- Champions Round, a startup that raised $10 million to disrupt fantasy sports, is winding down.
- The company is now looking to sell its assets.
- It’s the latest sports startup to hit snags in a competitive climate — both for funding and users.
Champions Round, a startup that raised $10 million to disrupt fantasy sports by catering to Gen-Z customers, is shutting down after an investigation led by the company’s investors, according to two people familiar with the situation.
According to the two people, company leaders informed employees at an all-hands meeting on June 14 that Champions Round would be laying off a large portion of its workforce and selling its assets.
According to the sources, CEO Carter Russ accepted responsibility for the meeting’s conclusion, citing issues between the founders and investors.
Champions Round is the latest startup to go under due to changes in the funding environment. Money was freely flowing in the sports betting and online gambling sectors until about a year ago, and capital was easy to come by. Investors have moved more slowly as the economic outlook has changed, taking the time to do their due diligence before investing. It has made it more difficult for some startups to raise additional funds and has shortened their runways in an industry where competition is expensive.
Champions Round is not the only fantasy-sports startup that has failed in this competitive environment. No House Advantage, a daily fantasy sports operator, recently informed customers that it had “ceased operations” after attempting to find a buyer, according to Legal Sports Report on August 14.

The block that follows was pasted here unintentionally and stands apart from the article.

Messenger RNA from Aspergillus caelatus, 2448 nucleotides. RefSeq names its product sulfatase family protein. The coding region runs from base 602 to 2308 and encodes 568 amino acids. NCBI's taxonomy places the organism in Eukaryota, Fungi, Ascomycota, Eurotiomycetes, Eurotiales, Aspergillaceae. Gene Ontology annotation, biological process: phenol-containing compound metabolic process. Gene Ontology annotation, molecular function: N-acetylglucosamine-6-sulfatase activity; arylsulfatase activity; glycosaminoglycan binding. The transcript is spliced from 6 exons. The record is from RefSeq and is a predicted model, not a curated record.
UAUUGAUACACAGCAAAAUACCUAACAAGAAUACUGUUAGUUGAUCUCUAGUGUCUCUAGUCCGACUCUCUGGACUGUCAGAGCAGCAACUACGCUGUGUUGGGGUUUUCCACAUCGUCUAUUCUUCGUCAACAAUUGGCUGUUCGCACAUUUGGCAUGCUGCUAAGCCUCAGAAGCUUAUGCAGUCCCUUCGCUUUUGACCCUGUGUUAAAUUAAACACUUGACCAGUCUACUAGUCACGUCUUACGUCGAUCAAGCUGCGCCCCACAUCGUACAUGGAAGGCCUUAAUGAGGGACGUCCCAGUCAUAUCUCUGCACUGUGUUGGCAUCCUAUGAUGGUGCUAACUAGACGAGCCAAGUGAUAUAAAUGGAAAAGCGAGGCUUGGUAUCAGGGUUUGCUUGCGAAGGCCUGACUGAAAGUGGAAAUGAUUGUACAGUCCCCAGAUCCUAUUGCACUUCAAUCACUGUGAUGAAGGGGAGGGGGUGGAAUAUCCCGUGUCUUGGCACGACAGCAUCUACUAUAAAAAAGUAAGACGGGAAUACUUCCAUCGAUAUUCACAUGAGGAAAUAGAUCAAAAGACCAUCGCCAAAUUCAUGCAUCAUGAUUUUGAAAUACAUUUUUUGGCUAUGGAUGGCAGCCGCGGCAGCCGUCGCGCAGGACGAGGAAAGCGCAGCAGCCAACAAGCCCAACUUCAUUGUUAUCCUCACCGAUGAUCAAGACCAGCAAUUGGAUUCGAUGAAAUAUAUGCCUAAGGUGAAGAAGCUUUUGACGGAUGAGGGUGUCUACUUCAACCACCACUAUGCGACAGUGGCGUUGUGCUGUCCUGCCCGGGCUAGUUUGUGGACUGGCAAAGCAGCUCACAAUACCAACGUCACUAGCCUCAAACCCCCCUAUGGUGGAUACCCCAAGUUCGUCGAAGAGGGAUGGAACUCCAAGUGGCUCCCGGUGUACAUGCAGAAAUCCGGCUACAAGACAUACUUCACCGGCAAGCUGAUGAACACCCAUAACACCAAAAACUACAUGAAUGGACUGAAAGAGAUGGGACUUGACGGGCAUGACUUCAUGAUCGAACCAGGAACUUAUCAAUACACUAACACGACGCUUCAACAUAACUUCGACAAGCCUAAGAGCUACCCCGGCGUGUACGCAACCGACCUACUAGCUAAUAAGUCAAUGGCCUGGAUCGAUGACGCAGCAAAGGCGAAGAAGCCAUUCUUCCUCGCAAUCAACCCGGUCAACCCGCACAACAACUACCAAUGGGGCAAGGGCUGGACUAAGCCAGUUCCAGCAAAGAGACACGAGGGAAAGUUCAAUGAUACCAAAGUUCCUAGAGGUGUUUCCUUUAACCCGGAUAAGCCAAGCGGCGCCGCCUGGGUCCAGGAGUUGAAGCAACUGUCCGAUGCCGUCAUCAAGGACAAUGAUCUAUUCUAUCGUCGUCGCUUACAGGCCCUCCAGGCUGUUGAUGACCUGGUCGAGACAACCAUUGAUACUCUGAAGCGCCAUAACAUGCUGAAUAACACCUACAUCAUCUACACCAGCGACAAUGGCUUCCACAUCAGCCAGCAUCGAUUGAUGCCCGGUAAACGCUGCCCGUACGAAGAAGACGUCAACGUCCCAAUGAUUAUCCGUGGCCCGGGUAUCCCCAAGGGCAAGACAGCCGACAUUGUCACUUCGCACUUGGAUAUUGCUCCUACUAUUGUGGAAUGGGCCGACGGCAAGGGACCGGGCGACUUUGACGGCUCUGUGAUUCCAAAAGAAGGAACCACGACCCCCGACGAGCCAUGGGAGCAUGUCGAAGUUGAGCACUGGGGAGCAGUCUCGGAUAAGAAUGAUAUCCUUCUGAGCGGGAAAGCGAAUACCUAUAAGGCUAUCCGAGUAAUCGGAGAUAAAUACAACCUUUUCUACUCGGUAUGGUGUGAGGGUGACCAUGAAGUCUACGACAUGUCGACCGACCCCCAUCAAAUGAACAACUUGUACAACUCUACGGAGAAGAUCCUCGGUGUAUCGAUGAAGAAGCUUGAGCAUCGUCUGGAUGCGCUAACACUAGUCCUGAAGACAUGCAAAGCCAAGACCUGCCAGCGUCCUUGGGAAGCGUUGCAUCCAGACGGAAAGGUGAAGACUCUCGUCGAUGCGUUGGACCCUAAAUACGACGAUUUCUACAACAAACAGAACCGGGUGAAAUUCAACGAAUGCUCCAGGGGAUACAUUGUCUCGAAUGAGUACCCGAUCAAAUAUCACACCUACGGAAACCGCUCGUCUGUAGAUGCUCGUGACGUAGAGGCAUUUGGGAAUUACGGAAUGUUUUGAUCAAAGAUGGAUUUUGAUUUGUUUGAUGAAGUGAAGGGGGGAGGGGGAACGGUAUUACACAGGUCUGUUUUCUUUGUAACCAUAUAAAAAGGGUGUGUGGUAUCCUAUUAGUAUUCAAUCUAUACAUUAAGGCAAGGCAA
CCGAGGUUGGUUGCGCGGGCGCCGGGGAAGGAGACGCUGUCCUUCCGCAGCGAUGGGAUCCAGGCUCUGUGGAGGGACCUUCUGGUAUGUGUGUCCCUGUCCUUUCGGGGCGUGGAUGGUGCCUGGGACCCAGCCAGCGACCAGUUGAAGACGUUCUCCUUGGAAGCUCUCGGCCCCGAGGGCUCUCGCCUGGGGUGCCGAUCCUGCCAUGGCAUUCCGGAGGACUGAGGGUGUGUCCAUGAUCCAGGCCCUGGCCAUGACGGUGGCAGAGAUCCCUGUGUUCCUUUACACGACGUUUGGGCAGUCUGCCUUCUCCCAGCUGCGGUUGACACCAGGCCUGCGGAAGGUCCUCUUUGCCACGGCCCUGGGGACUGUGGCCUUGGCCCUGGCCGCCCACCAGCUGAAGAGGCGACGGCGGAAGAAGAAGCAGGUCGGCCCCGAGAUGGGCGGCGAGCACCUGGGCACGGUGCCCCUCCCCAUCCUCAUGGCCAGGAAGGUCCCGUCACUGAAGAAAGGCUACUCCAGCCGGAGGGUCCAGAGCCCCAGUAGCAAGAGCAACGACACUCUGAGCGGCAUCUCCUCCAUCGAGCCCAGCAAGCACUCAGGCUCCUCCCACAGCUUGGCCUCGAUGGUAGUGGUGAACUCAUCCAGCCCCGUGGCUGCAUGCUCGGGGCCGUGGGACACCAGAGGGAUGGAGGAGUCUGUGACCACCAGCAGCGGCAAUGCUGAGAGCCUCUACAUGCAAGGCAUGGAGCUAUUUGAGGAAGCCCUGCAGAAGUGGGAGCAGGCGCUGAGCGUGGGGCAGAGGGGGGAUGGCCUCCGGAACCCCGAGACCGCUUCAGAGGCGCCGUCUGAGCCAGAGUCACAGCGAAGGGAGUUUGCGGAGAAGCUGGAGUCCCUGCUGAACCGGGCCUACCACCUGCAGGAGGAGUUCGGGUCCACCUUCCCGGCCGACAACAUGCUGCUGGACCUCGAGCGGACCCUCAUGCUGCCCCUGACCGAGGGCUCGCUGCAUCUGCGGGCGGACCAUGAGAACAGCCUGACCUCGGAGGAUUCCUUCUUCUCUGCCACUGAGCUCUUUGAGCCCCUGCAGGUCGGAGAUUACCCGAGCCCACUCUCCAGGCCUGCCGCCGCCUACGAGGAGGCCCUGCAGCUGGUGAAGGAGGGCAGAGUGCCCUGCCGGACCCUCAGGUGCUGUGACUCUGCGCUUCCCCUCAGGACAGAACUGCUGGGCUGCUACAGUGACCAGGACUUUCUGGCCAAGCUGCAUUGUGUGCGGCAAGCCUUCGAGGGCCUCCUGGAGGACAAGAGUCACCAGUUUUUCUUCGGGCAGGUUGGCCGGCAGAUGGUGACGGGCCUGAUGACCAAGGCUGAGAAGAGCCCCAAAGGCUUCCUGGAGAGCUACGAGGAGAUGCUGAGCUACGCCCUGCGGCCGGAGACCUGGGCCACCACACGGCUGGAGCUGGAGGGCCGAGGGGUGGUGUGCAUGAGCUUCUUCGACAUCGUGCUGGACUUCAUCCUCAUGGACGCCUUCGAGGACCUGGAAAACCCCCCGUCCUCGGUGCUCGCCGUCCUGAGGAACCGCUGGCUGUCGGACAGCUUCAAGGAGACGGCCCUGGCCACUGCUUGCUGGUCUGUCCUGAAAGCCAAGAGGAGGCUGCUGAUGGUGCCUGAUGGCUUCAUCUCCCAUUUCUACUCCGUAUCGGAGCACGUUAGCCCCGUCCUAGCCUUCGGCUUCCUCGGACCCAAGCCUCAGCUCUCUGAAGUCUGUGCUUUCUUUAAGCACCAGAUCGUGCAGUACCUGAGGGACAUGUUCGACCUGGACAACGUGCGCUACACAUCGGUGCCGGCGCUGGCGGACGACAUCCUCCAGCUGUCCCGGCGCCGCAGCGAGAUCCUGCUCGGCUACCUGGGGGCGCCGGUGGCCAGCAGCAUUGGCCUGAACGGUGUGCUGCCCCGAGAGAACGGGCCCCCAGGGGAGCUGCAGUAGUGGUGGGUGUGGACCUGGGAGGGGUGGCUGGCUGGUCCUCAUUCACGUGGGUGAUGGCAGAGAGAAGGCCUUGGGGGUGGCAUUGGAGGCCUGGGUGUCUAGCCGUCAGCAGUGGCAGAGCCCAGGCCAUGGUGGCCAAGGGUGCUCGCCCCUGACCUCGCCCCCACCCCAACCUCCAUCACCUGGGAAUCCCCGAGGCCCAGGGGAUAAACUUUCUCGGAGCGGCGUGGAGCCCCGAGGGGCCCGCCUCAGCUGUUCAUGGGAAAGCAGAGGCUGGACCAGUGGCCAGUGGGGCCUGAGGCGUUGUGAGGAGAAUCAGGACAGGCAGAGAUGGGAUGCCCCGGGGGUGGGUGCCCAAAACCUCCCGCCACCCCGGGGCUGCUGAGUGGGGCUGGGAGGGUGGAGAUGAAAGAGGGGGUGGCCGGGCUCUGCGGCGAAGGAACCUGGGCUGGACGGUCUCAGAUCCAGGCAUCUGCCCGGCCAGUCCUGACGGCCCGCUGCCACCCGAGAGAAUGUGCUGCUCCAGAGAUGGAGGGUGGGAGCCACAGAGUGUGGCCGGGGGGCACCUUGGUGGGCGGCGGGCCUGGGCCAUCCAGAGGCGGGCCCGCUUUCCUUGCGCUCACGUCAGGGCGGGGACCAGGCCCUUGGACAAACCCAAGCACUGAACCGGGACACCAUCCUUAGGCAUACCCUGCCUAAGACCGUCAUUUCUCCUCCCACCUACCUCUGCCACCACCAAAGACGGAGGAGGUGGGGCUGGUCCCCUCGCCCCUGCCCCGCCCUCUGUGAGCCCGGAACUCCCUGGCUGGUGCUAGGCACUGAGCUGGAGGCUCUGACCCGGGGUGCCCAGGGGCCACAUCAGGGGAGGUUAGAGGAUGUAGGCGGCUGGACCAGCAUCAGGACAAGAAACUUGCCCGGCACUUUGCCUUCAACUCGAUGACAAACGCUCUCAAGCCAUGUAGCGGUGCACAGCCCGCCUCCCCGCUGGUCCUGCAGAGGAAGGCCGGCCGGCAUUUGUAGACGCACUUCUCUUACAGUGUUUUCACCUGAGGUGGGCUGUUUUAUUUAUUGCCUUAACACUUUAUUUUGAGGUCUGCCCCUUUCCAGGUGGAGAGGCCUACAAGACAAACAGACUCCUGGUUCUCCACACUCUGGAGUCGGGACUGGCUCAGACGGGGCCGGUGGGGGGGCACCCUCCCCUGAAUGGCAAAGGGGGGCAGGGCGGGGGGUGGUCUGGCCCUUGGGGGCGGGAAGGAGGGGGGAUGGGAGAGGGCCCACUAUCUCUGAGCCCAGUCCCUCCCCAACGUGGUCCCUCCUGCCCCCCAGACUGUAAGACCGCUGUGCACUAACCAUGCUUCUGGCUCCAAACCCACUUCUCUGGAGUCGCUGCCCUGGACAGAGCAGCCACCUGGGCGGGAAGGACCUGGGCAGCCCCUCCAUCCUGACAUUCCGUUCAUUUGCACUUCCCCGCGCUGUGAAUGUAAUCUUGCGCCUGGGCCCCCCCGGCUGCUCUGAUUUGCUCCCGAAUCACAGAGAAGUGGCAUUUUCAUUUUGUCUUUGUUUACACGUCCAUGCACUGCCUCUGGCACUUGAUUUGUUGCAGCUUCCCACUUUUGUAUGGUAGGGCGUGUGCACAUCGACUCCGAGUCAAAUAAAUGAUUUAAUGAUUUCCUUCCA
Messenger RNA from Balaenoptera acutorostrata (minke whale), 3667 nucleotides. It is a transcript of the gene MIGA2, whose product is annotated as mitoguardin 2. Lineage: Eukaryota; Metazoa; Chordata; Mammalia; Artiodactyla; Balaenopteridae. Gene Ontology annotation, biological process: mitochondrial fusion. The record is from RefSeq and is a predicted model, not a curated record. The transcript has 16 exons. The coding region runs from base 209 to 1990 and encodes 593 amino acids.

However, Champions Round appeared to defy some of these market trends at first.
Signs of turmoil at the startup left industry watchers wondering what had been going on
Champions Round announced a $7 million Series A round earlier this year, with investors including Point72 Ventures and Goodwater Capital. PrizePicks and Underdog Fantasy were among the startups that attempted to disrupt fantasy sports.
Champions Round aimed to differentiate itself by cultivating a Gen-Z audience and collaborating with content creators alongside whom users on the platform could play — the company planned to introduce tools that would allow creators to build their own games and earn a cut of the revenue generated by them.
“They had big plans, and then it all just evaporated,” said one of the company’s insiders.
Since June, a series of concerning signs have left industry observers wondering what had happened to the once-promising startup.
The company, which was previously active on social media platforms such as Instagram and Twitter, had not posted since June 13. Several employees left the company the same month, including its in-house content creator, who was supposed to be a key differentiator for the fantasy-sports app. A few people also complained on Twitter, now known as X, in late June and July that they couldn’t log into the app to withdraw their funds.
On August 16, Russ told Insider that “the company is in great financial shape and is actively processing all refunds.” He and several other company representatives did not respond to inquiries about this story.
The app appeared to be down at the time of writing and displayed an error message when a user attempted to sign up.